Founder Vishen Lakhiani Shares 5 Lessons Learned Bootstrapping a $15M Lifestyle Business

Mindvalley Founder Vishen Lakhiani shares five lessons for entrepreneurs that are just starting out.

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3. Business plans are mostly unnecessary.

My first two companies failed. Both were planned in detail on business plans. They were tech startups I tried to get funding for in the Valley back when I lived in Mountain View in 2001.

[pullquote]I never raised money, never got too complicated. I just hustled.[/pullquote]Yet Mindvalley (at first) had no plan and no vision beyond two years out. It was a simple idea scratched out on a napkin. It was about diving into the pit and selling. I never raised money, never got too complicated. I just hustled.

The goal was not millions, nor was my goal to build and flip. It was about figuring out a way to hack together a business that would make me the $4,000 a month I needed to survive so I could quit my day job, marry my girlfriend and then dream up bigger ideas while not having to hold down a 9-to-5. I now cringe every time someone asks me to explain my business plan.

Instead, every year on January 1st, I borrow my son’s color pencils and draw a 5-year diagram of where I want to take the company. I then share this vision with my team and we start hacking our way to it.

4. Control your equity.

I goofed early: I was too generous with equity and ended up giving up half my company. I was not confident and felt I needed a business partner to make things work. I was so dumb I gave up equity without asking for investment. If I had been smarter, I would have saved on equity and instead created a performance-based bonus scheme.

I also did not put in a vesting period nor create a shareholders agreement — mistakes that cost me close to $5 million dollars.

As I mentioned earlier, owning the majority of my company is important to me. Having total ownership means I’m not pressured by partners, boards or investors to deliver something that I’m not passionate about.

Here’s what you need to know about ownership:

  • Never go 50/50. Always make a list of what each partner is bringing to the table and split accordingly. Fifty-fifty partnerships are done by amateurs.
  • Always ask for an investment. Don’t just give away a part of your business to a friend just to have a company. Make them buy their stake and put their money on the line.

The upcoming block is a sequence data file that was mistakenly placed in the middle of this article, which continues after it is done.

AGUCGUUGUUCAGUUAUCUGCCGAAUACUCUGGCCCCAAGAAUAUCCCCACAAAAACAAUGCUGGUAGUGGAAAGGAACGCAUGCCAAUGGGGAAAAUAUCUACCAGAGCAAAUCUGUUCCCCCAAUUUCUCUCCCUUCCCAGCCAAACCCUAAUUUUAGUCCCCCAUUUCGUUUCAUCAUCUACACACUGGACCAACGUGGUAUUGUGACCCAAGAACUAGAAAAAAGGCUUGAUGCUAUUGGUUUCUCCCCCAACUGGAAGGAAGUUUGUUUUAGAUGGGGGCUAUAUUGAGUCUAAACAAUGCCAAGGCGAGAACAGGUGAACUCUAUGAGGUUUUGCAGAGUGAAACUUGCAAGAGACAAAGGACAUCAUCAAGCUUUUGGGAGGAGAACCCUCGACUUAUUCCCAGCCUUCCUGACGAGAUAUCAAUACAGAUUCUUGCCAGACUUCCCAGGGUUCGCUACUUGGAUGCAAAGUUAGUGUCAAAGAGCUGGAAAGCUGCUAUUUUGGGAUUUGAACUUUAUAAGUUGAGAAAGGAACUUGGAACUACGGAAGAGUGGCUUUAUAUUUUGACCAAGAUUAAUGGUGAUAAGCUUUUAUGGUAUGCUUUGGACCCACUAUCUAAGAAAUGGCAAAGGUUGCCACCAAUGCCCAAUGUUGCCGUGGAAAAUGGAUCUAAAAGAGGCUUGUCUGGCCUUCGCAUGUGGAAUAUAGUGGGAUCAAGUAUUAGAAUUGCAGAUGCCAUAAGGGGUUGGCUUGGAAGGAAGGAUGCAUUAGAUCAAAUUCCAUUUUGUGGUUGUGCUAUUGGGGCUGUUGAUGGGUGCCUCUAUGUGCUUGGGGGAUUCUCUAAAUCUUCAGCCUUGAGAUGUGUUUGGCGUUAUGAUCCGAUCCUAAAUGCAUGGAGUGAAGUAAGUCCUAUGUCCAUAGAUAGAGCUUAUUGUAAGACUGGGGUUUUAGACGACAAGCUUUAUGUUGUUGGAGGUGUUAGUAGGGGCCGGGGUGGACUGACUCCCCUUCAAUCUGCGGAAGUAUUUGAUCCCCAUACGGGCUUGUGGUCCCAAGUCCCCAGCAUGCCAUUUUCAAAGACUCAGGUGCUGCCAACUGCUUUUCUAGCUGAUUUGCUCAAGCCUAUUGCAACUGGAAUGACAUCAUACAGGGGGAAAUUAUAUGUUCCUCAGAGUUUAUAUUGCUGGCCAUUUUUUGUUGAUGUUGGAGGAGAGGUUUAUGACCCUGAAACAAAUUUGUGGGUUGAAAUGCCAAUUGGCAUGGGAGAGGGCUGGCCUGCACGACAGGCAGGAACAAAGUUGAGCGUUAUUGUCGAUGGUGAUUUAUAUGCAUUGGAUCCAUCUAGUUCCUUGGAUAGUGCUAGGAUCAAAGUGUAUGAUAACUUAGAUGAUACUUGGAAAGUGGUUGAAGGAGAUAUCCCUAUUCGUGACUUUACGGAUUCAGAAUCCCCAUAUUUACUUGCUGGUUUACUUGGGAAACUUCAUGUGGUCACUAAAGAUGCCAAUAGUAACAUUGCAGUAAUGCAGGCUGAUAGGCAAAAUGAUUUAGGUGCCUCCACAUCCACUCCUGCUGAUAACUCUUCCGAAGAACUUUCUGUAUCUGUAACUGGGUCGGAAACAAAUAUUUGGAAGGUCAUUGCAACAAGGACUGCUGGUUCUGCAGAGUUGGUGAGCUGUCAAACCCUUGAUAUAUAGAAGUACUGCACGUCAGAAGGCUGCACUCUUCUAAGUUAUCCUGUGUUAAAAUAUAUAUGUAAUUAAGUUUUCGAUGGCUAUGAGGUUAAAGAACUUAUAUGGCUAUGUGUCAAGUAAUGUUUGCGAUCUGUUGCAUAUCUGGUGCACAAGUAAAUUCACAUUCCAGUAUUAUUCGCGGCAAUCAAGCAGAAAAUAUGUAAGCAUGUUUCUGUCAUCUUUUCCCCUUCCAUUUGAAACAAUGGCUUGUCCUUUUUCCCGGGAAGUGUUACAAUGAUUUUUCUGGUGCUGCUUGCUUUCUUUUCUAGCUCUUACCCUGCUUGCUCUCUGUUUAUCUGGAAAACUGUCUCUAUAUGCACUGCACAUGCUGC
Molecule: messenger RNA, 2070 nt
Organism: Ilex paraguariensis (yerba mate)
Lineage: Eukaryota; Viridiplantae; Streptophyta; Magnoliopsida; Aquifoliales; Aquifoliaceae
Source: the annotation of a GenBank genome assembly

• Use a vesting period. This means that your partner commits to X number of years and only earns the equity upon completing those years. We go for a 5-year vesting period.
  • Create a shareholders agreement. Have a shareholders agreement that stipulates exactly how much to buy back each share when the time comes to part ways (in more cases than not, this will happen). Typically 6x the last 12 month’s profit is fair.

5. Forge networks and learn to connect.

I join a lot of networking groups. Much of my inspiration comes from the people I’ve met in these networking groups. I’m amazed at how many entrepreneurs suggest that conferences or networking groups are useless. The trick is to get into the right ones.

I didn’t join my first group until 2008, five years after I started out. My business exploded as a result. It wasn’t just the contacts. It was seeing people already doing the things you dreamed of doing. It made your dreams seem so much easier easy and more possible.

I call this the Bannister Effect. Before British athlete, Roger Bannister ran the four-minute mile, few people thought it was possible. But after he finished, in that same year in the 1930s, dozens of people completed four-minute miles.

Whether this story is true or not is irrelevant — the point is that you can accelerate your business by meeting others who inspire you because they’ve already done the things you dream of.

Read more at Mindvalley Insights.

Vishen Lakhiani is the founder of Mindvalley. He builds and invests in businesses that are focused on education and personal growth.

Photo: Vishen Lakhiani

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